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Obligation traveling crowds out leisure trips, study finds

Weddings, reunions, graduations, new babies, business trips — are you taking fewer leisure vacations because of the time and money you devote to obligation travel?

According to a recent survey commissioned by, 41 percent of traveling U.S. adults spend the majority of their vacation budget on obligation travel. And 89 percent of respondents said they would take more leisure trips if they had the time and the money to do so.

For its American Travel Behavior Survey, Hotwire commissioned Harris Interactive to conduct an online survey of 2,127 U.S. adults from July 27-29, 2011.

According to the survey, 94 percent of respondents said that they would take one more trip than they already had planned if they could afford it.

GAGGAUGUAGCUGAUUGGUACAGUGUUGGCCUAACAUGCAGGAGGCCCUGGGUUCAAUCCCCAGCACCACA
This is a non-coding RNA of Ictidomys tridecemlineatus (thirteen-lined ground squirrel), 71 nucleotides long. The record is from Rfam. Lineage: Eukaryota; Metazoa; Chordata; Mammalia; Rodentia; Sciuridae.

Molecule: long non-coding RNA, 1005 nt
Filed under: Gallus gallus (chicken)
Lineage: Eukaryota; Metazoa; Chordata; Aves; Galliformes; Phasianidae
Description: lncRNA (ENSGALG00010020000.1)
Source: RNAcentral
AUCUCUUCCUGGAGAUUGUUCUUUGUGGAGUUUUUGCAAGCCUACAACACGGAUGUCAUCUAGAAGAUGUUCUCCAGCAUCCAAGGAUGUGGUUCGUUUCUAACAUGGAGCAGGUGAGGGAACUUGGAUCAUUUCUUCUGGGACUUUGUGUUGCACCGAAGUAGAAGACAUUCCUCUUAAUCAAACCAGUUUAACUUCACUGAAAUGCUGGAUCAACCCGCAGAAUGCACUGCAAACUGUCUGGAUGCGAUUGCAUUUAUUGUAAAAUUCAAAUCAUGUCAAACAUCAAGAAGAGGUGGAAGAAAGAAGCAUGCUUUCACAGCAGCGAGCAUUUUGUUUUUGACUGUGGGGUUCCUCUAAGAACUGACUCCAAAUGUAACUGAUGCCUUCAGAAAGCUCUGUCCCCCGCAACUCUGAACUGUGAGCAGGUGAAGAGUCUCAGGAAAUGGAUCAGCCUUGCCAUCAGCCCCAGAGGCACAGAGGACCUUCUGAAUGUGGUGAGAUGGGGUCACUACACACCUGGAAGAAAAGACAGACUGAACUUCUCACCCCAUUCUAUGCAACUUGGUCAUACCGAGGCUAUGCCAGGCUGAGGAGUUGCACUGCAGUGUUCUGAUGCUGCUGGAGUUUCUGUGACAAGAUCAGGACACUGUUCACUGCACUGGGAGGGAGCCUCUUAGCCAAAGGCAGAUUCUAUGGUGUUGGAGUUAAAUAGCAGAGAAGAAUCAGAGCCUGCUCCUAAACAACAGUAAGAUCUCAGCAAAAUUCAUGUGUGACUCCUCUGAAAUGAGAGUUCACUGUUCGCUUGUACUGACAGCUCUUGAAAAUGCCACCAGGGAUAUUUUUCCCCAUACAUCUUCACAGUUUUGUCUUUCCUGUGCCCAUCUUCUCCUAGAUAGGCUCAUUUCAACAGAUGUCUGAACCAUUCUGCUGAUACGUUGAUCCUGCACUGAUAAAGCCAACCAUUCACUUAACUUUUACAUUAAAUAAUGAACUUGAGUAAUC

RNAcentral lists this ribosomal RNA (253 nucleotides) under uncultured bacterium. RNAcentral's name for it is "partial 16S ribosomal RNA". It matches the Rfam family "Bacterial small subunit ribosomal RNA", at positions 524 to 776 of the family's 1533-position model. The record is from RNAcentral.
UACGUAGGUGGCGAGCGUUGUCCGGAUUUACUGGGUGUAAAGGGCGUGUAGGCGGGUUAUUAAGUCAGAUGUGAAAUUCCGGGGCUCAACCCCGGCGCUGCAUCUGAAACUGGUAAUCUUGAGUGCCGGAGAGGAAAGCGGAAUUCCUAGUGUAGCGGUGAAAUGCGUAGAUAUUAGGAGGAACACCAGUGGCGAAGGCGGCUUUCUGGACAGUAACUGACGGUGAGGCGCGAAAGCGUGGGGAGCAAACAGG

The solution, suggests Hotwire, is combining the obligation travel with leisure time. Work sending you to a conference in Orlando? Bring the spouse and kids so they can enjoy some time at the local theme parks.

Family reunion back home? Try to tack on a weekend getaway for some time away from everything — and everyone. 

But there are advantages and disadvantages to this approach. If it's a personal trip, a family event or gathering, travelers still have to find the time and money to get there, and any extra time spent away is just that, more time and money.

That said, if you're already paying for a flight somewhere, it might be more economical to just add on some extra time rather than book an entirely separate flight and vacation elsewhere.

If there is a business trip element, there are potential savings to be had on at least one person's transportation costs and possibly the accommodations, depending on the business trip. But then, the person working might be unavailable for part or all of the trip.

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